By Selma Al-Samarrai
Nov. 26, 2019 – Unity Health Toronto is launching a sustainability campaign in a bid to reduce our carbon footprint and waste, and to identify how we can continue to improve our conservation efforts.
Leading this campaign is Dean Martin, chief financial officer and executive vice-president of Corporate Services at Unity Health Toronto. The campaign, named SusDEANability, targets Providence Healthcare, St. Michael’s Hospital, St. Joseph’s Health Centre and all our offsite clinics and offices.
“Hospitals have huge environmental footprints; they’re a larger consumer of energy and resources than schools and universities. If we can reduce that by just 10 per cent, it would make a huge difference,” explained Martin.
“Through prioritizing sustainability at our organization, we meet three key goals: we reduce cost, we make the best use of our very precious health care resources, and we become a better corporate citizen by reducing our environmental footprint.”
The SusDEANability campaign supports our network’s strategic priority of ‘investing in our future’ – to improve our environmental stewardship and, through this goal, maximize existing funding and reduce our organization’s expenses.
The campaign will profile ongoing greening projects being implemented across Unity Health Toronto. A few recent examples include the switch to LED lights at various locations in St. Michael’s and St. Joseph’s, the installation of electric car chargers at the St. Joseph’s parking lot, and the replacement of two chillers at Providence. The latter project is estimated to save 136,000 kWh in energy consumption and $16,000 in associated energy costs, per year.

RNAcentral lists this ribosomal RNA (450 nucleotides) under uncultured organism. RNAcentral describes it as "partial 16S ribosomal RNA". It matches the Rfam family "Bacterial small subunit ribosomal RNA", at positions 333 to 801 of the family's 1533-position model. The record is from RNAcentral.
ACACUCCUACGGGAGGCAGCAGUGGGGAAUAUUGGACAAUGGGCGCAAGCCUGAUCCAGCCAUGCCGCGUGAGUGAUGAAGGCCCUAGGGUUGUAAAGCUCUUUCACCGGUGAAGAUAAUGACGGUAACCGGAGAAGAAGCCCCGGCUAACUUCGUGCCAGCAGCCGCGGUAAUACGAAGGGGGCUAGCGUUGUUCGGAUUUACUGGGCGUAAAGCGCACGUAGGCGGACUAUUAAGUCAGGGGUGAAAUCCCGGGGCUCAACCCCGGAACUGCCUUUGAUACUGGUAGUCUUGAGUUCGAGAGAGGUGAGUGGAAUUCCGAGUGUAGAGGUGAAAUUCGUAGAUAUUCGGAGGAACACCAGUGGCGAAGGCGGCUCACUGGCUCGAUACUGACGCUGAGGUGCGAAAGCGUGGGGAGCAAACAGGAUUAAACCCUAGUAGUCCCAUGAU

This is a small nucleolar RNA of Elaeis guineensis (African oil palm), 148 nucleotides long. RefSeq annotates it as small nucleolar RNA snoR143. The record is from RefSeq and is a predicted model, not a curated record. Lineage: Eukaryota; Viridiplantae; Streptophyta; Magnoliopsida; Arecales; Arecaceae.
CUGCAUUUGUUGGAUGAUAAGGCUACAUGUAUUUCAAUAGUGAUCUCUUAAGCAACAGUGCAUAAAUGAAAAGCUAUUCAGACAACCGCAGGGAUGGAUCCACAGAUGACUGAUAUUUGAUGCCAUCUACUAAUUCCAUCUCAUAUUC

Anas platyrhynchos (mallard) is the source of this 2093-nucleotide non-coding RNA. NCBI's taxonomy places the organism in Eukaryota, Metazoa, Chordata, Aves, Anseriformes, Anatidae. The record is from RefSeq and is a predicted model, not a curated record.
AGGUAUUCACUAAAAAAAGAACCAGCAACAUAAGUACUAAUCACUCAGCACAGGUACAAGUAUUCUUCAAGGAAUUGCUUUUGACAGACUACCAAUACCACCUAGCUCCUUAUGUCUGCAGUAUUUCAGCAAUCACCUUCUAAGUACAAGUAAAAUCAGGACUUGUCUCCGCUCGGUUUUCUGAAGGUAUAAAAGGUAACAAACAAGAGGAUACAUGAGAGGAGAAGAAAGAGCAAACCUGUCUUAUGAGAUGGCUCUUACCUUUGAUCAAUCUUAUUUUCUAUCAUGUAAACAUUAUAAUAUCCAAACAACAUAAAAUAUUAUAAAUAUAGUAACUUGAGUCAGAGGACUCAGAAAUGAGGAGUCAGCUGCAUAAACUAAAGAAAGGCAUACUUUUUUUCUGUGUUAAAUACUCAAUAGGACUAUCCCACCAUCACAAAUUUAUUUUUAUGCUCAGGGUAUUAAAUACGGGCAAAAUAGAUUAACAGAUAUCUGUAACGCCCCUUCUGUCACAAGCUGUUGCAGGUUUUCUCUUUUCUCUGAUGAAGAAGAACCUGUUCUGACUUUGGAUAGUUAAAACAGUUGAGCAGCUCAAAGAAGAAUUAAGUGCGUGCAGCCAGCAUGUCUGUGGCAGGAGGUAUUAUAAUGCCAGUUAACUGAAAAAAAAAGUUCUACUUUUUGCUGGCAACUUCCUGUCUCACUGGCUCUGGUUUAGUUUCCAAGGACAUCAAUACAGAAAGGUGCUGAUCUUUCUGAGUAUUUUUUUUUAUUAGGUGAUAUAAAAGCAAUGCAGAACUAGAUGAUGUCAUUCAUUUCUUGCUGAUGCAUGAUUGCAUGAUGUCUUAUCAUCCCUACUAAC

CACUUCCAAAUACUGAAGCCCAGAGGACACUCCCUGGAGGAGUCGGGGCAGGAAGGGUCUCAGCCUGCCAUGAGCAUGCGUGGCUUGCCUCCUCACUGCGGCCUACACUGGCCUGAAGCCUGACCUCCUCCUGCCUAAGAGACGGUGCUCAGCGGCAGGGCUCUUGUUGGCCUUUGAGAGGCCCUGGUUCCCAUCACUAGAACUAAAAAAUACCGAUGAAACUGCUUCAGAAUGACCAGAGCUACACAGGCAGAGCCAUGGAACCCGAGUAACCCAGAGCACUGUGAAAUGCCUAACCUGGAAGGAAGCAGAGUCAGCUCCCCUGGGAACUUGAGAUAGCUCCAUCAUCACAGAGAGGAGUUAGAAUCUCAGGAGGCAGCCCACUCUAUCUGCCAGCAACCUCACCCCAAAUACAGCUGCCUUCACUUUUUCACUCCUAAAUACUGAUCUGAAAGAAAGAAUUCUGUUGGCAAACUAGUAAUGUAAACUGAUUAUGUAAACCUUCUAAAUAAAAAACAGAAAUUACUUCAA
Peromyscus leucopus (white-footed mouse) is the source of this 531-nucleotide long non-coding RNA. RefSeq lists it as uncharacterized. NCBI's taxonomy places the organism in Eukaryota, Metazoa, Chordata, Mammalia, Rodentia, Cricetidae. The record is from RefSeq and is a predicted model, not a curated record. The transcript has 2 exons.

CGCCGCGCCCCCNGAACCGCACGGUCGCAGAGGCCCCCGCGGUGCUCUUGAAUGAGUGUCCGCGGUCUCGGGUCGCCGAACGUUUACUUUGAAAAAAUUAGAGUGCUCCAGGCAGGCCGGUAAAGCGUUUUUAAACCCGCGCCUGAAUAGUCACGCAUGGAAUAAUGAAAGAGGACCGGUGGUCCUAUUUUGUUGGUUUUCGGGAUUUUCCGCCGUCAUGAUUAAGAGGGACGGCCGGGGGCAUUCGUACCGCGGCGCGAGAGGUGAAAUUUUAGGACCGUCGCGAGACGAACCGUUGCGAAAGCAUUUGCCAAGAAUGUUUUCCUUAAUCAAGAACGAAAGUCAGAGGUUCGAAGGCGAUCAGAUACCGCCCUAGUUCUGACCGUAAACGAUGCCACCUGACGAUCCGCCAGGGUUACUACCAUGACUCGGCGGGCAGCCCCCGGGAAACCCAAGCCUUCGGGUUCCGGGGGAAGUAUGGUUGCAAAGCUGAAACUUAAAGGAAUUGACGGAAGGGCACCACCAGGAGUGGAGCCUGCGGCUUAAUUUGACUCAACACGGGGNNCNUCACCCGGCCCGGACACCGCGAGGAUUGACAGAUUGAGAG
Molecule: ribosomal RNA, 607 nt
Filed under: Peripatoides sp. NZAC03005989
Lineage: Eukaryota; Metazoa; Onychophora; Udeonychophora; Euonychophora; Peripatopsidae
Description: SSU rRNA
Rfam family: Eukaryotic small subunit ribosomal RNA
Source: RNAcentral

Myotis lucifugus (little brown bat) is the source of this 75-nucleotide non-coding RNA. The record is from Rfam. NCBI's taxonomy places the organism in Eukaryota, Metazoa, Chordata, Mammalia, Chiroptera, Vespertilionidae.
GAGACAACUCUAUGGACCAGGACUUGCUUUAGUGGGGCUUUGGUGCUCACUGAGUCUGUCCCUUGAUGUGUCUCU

So what can staff do in the workplace to reduce Unity Health Toronto’s carbon footprint? For starters, turn off their computers at the end of the work day.
Earlier this year, the network’s IT team reported that 60 per cent of the network’s computers were left on at the end of the day. That’s about 5,000 computers. If just a third of these computers were turned off after work, this would reduce the network’s electricity use by one per cent, which is enough to power 88 homes for an entire year.
Another area of improvement that staff can directly impact is printing waste. Some estimates suggest the average office employee goes through thousands of sheets of paper a year. With well over 10,000 staff, physicians, students and volunteers at the organization, the impact of printing can be substantial. Staff are encouraged to avoid printing documents whenever possible, or if they must print, to produce double-sided prints and to avoid printing in colour.
Staff are also encouraged to carefully separate garbage, recycling and compost when using bins across the network to reduce contamination caused by improper waste management.
Similar to the City of Toronto, Unity Health Toronto’s sites do not recycle coffee cups nor non-paper straws. To dispose of them appropriately, those items have to go into the garbage. View a guide on how to appropriately dispose of waste at Unity Health Toronto’s three sites.
In 2018, the City of Toronto’s Waste Management Services team estimated that if they can reduce contamination caused by improper recycling by just one per cent, it would lower recycling costs in the city by $600,000 to $1 million a year.
View tips on how staff can improve their environmental impact.
“The hope is that this campaign will provide an opportunity for a groundswell of support amongst staff, and offer opportunities that everyone can get involved in easily and every day,” said Martin.
“Some sustainability initiatives aren’t simple, but these are.”